Critics say he stumbled on health a little late in the day: his first term was dogged by economic prudence and some of the government's earliest efforts - health action zones, anyone? - were rather low impact.

But Labour's first term gave us the Commission for Health Improvement, the National Institute for Clinical Excellence, and clinical governance - not to mention primary care groups and trusts.

And where was the PM's hand in all this? There was that interview on Breakfast with Frost in January 2000 where he pledged to raise UK health spending to EU levels. The commitment led to the NHS plan in July 2000. Since then health has soared up the agenda - with record levels of investment. Recently, Mr Blair has shown a personal interest in foundation hospitals and taking on hospital consultants.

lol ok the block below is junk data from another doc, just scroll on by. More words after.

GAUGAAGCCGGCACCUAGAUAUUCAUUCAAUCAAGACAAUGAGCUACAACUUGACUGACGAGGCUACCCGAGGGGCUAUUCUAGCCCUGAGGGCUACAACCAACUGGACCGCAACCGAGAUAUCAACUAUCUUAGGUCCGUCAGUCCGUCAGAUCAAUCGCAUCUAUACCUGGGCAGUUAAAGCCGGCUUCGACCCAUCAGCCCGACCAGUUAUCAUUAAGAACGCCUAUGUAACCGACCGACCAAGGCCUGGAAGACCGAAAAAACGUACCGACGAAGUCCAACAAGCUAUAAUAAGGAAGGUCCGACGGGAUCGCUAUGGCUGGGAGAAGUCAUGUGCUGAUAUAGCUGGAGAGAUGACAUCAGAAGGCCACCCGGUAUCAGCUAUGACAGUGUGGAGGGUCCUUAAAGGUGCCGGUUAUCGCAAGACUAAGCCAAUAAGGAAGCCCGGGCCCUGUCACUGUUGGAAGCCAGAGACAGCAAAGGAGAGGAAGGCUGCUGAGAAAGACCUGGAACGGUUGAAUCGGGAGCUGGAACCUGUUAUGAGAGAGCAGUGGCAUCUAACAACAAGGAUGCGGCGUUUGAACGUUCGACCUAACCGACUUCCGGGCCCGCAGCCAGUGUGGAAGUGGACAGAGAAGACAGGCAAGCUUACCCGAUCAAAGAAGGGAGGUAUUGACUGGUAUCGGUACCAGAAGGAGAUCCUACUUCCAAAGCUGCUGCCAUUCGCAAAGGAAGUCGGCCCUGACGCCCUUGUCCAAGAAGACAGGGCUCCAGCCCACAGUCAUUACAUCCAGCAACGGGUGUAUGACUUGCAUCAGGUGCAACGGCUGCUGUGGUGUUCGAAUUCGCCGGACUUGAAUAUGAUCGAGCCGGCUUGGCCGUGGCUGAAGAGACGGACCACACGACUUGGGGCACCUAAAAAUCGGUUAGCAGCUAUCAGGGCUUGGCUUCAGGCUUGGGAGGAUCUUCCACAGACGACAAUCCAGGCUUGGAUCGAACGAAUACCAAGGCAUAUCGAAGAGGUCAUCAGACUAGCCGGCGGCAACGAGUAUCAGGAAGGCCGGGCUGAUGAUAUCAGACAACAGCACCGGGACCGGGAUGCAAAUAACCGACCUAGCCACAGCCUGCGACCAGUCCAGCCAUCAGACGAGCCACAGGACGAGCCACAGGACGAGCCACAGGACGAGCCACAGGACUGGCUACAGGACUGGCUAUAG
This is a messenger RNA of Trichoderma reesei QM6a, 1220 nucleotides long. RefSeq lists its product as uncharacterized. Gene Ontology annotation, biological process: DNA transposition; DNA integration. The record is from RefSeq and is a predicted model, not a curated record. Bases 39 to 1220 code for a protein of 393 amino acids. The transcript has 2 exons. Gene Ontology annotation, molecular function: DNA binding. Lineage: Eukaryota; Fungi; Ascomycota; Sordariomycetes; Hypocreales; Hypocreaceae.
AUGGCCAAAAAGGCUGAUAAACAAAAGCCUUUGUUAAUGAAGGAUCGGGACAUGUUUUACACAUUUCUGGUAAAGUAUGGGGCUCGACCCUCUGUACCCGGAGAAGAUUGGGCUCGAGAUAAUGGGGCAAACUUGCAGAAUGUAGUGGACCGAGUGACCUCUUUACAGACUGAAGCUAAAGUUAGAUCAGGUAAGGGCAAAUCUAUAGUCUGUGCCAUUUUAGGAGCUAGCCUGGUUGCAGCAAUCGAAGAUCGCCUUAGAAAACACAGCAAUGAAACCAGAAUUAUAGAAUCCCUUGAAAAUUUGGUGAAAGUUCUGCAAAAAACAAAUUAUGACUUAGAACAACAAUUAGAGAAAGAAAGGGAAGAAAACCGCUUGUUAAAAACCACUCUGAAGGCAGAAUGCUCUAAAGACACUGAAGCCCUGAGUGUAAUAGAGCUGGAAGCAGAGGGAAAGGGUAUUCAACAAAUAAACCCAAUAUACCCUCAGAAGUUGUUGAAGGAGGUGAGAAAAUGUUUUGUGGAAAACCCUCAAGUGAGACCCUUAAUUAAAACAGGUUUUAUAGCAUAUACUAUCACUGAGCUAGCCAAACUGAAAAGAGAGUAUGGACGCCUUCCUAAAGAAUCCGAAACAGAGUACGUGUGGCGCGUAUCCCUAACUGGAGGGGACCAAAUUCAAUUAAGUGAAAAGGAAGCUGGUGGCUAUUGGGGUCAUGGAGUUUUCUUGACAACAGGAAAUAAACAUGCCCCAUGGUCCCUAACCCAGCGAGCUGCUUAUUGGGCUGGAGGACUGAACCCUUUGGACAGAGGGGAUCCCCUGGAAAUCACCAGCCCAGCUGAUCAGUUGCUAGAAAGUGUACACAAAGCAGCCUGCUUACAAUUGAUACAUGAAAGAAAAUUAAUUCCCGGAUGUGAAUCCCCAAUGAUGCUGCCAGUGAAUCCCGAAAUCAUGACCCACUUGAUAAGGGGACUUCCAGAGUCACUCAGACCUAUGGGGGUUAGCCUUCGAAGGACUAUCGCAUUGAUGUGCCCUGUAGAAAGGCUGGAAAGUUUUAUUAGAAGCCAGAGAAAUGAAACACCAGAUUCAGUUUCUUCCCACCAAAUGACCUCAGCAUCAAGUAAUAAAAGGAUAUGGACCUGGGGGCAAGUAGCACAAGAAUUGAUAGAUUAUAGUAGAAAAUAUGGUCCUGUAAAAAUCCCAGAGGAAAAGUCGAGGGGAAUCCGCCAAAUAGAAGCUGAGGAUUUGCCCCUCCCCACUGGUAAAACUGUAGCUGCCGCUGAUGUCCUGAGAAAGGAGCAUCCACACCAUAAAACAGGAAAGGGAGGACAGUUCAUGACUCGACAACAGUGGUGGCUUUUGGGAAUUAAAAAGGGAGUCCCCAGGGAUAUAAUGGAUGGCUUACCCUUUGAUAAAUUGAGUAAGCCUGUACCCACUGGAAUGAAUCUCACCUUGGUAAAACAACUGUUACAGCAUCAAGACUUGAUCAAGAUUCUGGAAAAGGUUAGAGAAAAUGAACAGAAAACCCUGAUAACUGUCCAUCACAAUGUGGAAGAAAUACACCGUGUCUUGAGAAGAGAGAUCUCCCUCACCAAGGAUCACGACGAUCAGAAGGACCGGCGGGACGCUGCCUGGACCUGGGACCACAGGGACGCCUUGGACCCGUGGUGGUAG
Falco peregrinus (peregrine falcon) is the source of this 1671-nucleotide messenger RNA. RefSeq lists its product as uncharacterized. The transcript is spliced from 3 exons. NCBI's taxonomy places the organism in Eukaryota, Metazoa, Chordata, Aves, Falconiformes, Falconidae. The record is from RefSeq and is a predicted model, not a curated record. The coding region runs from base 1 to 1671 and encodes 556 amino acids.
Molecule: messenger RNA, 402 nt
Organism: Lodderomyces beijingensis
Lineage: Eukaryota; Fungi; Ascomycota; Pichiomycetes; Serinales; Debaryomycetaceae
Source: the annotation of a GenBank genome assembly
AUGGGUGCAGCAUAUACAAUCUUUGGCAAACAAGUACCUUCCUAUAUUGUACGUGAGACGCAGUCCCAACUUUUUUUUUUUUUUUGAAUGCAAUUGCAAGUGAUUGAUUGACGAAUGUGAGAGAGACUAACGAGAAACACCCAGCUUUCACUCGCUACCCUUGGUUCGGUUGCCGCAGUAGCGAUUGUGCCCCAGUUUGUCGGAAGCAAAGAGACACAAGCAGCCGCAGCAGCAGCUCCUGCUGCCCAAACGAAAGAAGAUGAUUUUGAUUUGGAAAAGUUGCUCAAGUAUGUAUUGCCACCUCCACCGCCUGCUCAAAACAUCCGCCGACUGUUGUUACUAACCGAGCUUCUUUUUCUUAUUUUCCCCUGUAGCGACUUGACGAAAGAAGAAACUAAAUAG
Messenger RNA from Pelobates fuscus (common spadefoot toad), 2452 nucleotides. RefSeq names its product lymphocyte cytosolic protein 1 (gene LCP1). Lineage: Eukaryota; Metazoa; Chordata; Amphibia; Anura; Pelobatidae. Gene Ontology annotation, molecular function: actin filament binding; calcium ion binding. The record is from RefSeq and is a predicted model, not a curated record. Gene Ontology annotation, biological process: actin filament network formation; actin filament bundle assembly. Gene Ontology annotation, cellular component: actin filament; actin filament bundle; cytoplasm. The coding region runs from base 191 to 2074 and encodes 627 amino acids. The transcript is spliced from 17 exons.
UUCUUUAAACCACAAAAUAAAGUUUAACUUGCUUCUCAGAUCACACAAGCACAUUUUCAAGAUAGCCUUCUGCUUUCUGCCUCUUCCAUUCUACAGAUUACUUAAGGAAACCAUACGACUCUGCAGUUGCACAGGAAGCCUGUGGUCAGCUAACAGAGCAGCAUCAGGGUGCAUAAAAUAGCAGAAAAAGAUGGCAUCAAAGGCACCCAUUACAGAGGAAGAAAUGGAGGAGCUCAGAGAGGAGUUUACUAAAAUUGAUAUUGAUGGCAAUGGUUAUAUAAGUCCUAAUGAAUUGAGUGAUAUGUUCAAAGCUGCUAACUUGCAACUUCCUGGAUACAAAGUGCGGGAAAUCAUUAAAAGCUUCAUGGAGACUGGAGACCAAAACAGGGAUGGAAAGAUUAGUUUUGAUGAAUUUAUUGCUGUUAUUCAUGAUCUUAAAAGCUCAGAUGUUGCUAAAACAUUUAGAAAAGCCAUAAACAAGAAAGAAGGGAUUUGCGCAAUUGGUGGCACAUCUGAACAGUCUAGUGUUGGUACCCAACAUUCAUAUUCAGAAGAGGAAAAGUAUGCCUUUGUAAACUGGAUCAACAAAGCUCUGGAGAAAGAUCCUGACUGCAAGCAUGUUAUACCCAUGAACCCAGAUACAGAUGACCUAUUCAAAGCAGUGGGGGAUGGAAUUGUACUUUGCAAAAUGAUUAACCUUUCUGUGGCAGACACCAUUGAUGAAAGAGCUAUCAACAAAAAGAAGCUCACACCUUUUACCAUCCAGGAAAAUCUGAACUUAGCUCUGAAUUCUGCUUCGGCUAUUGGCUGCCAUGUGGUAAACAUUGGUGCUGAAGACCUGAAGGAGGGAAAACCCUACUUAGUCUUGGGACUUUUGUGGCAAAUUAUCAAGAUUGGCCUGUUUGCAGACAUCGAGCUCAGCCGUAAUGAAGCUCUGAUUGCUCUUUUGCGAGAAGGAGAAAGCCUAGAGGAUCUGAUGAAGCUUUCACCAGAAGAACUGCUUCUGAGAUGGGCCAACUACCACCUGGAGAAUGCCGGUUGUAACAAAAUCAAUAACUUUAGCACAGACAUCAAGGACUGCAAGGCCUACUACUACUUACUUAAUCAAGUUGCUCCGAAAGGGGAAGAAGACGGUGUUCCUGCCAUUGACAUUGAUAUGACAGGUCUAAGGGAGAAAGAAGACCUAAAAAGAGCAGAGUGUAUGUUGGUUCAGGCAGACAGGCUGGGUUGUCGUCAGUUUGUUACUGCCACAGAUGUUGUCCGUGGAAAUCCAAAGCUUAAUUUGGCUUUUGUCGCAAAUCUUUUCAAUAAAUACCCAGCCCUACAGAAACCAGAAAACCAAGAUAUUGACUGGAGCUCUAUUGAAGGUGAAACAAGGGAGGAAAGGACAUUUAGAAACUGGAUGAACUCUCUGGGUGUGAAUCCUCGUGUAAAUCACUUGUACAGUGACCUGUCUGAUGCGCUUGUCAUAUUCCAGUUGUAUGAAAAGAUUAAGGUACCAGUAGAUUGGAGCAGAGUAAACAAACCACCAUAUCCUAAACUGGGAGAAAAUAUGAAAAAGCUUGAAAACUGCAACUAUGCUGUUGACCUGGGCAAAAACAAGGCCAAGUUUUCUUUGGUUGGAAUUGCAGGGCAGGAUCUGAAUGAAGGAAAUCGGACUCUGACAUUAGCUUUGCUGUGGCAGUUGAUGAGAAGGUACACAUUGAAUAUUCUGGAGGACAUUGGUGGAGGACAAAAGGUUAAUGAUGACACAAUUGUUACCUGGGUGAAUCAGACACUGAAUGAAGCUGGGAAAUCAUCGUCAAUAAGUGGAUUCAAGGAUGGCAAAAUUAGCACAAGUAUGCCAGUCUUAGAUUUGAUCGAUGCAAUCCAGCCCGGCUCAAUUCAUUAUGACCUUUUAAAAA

But his intervention in January 2001 in the Rose Addis affair (when a 94-year-old woman complained of ill-treatment at north London's Whittington Hospital) led to criticism about politicians bending patient confidentiality rules.